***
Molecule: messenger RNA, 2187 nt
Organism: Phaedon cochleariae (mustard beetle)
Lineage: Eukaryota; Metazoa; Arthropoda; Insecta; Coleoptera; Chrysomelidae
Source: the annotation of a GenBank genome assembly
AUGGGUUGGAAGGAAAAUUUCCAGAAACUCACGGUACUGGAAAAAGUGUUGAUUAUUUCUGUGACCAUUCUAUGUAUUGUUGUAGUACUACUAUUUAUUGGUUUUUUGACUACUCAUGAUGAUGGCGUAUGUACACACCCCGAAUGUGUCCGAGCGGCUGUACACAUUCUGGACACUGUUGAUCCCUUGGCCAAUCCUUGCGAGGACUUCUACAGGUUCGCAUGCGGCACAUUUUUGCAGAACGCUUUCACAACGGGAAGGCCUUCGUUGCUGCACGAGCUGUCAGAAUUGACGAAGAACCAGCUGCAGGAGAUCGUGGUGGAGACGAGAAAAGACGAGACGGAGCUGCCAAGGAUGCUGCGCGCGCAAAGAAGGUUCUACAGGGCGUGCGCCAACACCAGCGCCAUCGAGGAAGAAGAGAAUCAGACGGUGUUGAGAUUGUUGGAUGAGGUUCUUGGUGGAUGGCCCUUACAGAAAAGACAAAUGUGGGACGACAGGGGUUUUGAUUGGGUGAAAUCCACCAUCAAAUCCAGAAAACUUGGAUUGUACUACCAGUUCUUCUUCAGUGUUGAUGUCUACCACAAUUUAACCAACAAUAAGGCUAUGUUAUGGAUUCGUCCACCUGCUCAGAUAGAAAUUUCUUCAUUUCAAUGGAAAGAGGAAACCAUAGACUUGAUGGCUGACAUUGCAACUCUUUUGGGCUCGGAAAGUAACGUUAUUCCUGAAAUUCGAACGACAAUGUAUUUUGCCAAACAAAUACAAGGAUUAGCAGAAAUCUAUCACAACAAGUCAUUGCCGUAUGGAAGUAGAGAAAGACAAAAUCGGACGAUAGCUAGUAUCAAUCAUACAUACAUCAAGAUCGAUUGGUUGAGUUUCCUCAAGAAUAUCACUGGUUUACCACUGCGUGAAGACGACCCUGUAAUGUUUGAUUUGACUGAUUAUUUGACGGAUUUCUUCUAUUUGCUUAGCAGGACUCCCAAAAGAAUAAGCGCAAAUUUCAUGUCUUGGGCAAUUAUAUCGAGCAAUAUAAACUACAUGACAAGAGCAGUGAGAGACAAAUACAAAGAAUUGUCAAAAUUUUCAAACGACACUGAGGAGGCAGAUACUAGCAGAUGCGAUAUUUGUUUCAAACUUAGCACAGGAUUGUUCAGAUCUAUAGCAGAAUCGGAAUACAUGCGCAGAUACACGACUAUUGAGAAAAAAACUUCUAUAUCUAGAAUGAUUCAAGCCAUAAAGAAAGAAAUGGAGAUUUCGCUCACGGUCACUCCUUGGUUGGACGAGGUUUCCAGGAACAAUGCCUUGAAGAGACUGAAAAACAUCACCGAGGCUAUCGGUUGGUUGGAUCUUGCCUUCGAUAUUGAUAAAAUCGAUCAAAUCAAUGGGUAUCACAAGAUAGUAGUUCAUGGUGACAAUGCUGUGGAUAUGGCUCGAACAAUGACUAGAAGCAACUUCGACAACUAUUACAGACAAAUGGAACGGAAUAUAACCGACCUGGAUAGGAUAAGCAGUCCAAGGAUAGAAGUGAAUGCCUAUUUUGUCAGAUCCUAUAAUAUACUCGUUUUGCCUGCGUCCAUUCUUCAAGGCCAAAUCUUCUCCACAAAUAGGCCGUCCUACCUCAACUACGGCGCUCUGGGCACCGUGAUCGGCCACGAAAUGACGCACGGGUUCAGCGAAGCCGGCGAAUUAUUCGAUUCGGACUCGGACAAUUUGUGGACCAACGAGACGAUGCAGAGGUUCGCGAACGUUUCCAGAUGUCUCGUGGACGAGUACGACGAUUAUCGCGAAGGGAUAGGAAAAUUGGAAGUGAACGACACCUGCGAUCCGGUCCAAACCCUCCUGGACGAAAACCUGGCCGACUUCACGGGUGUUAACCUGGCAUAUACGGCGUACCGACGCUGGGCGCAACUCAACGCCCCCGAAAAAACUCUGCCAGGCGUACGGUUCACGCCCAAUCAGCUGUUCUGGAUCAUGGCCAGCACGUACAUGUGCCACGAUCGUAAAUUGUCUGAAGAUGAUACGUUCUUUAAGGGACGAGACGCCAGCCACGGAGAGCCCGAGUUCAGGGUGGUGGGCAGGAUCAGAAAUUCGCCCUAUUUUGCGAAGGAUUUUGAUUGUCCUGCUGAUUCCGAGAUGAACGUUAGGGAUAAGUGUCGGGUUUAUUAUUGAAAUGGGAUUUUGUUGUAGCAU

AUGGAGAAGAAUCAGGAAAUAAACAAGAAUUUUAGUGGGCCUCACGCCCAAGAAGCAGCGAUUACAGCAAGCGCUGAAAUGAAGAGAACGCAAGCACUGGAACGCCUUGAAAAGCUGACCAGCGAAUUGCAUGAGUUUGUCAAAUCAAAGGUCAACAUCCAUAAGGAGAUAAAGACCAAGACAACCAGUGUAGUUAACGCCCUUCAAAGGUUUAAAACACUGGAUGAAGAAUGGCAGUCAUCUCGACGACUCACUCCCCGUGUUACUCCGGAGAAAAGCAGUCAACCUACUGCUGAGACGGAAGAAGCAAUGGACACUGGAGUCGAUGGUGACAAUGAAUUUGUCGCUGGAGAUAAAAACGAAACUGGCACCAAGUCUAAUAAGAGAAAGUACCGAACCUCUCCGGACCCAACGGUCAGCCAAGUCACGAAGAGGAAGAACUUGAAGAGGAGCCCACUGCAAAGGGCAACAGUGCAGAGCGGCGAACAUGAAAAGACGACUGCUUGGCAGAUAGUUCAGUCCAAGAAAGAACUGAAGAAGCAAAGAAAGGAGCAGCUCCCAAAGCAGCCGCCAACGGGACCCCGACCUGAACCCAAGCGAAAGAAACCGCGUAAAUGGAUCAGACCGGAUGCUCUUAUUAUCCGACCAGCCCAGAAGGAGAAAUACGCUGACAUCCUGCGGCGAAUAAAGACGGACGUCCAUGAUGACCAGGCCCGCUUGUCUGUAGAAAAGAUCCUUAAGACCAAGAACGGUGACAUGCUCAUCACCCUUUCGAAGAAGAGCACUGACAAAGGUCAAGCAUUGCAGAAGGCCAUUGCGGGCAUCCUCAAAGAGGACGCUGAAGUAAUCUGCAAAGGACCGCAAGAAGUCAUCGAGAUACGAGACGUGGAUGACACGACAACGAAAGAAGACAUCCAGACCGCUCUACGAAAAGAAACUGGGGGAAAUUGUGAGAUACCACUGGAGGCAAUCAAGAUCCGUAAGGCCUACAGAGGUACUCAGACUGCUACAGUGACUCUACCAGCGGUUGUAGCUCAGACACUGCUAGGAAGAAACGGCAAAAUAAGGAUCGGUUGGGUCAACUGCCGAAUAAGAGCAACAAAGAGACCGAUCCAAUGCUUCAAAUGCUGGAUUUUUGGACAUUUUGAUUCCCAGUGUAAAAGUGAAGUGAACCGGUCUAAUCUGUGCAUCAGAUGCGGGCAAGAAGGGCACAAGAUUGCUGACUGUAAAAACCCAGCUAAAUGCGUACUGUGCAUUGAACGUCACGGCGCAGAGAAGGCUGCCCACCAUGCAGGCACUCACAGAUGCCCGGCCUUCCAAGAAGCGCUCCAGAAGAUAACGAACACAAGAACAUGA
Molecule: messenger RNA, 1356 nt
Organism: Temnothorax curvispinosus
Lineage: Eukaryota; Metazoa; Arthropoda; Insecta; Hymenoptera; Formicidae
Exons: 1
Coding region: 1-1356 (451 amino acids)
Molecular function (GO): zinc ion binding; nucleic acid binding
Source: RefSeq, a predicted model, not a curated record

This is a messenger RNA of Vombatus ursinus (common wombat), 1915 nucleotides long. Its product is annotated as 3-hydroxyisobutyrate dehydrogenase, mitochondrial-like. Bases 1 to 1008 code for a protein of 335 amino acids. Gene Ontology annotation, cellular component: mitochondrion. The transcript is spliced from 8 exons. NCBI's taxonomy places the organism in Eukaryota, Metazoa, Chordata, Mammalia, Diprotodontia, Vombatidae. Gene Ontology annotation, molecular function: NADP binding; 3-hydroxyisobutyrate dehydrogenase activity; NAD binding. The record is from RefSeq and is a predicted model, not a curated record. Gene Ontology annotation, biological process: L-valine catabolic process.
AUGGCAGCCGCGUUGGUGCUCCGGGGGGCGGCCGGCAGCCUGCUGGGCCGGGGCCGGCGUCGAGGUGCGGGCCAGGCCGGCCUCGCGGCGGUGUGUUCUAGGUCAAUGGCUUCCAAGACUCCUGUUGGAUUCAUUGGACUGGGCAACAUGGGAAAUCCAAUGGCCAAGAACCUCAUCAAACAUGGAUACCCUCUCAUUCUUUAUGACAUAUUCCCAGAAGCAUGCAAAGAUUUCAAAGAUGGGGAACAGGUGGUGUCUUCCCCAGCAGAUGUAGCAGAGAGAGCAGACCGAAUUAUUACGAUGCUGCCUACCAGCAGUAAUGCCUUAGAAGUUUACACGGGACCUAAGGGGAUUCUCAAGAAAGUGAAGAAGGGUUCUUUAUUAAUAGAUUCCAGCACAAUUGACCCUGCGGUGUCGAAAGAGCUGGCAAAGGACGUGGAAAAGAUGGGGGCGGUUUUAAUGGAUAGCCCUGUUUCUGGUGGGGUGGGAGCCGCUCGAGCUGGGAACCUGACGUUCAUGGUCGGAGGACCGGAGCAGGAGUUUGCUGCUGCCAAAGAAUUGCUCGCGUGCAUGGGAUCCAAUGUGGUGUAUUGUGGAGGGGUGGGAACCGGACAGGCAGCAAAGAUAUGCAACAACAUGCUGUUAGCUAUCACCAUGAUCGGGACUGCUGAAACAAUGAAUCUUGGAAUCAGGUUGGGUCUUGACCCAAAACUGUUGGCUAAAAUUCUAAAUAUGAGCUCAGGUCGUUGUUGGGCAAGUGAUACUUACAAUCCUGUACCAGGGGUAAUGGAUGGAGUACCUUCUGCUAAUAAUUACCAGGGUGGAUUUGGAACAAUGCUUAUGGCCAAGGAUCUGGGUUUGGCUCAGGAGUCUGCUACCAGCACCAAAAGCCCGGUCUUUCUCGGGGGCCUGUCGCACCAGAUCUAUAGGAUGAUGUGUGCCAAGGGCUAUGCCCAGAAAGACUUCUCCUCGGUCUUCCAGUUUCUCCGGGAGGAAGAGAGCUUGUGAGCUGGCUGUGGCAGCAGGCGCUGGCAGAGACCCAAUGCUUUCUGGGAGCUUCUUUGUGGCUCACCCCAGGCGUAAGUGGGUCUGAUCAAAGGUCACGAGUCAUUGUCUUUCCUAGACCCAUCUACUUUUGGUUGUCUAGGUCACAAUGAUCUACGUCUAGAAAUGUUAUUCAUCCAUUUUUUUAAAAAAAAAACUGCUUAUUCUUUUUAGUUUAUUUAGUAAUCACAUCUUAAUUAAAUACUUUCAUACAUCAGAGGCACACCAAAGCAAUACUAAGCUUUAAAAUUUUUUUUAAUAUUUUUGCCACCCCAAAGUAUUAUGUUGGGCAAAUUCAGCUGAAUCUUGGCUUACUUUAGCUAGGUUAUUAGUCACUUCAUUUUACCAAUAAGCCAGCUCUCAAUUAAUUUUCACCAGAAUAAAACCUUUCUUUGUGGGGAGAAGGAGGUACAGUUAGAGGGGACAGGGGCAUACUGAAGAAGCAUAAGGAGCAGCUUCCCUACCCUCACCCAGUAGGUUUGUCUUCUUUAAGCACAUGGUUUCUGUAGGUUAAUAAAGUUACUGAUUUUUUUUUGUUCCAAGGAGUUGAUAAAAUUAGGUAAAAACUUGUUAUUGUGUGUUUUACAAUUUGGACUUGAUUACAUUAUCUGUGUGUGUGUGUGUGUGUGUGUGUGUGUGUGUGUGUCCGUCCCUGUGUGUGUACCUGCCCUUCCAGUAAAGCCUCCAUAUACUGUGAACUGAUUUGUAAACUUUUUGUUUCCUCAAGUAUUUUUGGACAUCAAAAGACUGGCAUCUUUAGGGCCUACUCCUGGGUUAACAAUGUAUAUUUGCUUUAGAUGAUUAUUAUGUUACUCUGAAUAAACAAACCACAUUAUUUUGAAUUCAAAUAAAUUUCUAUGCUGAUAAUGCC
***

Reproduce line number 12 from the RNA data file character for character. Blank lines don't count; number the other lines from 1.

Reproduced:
Molecular function (GO): zinc ion binding; nucleic acid binding